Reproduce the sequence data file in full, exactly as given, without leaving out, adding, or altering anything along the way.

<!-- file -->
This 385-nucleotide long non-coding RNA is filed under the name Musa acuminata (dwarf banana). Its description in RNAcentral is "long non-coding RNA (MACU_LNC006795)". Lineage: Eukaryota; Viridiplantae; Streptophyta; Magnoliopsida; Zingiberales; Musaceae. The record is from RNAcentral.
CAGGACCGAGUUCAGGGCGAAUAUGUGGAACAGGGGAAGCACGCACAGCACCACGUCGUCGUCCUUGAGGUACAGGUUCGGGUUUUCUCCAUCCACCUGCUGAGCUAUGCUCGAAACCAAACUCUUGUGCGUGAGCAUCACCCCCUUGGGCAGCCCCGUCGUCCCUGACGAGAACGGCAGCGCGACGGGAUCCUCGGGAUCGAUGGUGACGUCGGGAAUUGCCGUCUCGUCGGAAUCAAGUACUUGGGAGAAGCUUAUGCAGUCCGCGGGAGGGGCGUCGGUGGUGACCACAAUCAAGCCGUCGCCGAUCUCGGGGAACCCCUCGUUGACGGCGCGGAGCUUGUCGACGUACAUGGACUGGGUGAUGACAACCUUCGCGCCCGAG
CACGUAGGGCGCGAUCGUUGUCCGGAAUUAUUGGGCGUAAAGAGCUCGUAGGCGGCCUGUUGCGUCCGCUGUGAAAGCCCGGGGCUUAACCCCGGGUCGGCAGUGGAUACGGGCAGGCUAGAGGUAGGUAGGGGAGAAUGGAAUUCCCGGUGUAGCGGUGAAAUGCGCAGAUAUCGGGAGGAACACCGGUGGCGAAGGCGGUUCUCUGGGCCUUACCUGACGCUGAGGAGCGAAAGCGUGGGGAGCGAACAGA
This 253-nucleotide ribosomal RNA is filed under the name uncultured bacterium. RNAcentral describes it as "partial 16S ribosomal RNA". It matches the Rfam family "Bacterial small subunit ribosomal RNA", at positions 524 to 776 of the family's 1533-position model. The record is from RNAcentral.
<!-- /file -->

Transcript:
This 385-nucleotide long non-coding RNA is filed under the name Musa acuminata (dwarf banana). Its description in RNAcentral is "long non-coding RNA (MACU_LNC006795)". Lineage: Eukaryota; Viridiplantae; Streptophyta; Magnoliopsida; Zingiberales; Musaceae. The record is from RNAcentral.
CAGGACCGAGUUCAGGGCGAAUAUGUGGAACAGGGGAAGCACGCACAGCACCACGUCGUCGUCCUUGAGGUACAGGUUCGGGUUUUCUCCAUCCACCUGCUGAGCUAUGCUCGAAACCAAACUCUUGUGCGUGAGCAUCACCCCCUUGGGCAGCCCCGUCGUCCCUGACGAGAACGGCAGCGCGACGGGAUCCUCGGGAUCGAUGGUGACGUCGGGAAUUGCCGUCUCGUCGGAAUCAAGUACUUGGGAGAAGCUUAUGCAGUCCGCGGGAGGGGCGUCGGUGGUGACCACAAUCAAGCCGUCGCCGAUCUCGGGGAACCCCUCGUUGACGGCGCGGAGCUUGUCGACGUACAUGGACUGGGUGAUGACAACCUUCGCGCCCGAG
CACGUAGGGCGCGAUCGUUGUCCGGAAUUAUUGGGCGUAAAGAGCUCGUAGGCGGCCUGUUGCGUCCGCUGUGAAAGCCCGGGGCUUAACCCCGGGUCGGCAGUGGAUACGGGCAGGCUAGAGGUAGGUAGGGGAGAAUGGAAUUCCCGGUGUAGCGGUGAAAUGCGCAGAUAUCGGGAGGAACACCGGUGGCGAAGGCGGUUCUCUGGGCCUUACCUGACGCUGAGGAGCGAAAGCGUGGGGAGCGAACAGA
This 253-nucleotide ribosomal RNA is filed under the name uncultured bacterium. RNAcentral describes it as "partial 16S ribosomal RNA". It matches the Rfam family "Bacterial small subunit ribosomal RNA", at positions 524 to 776 of the family's 1533-position model. The record is from RNAcentral.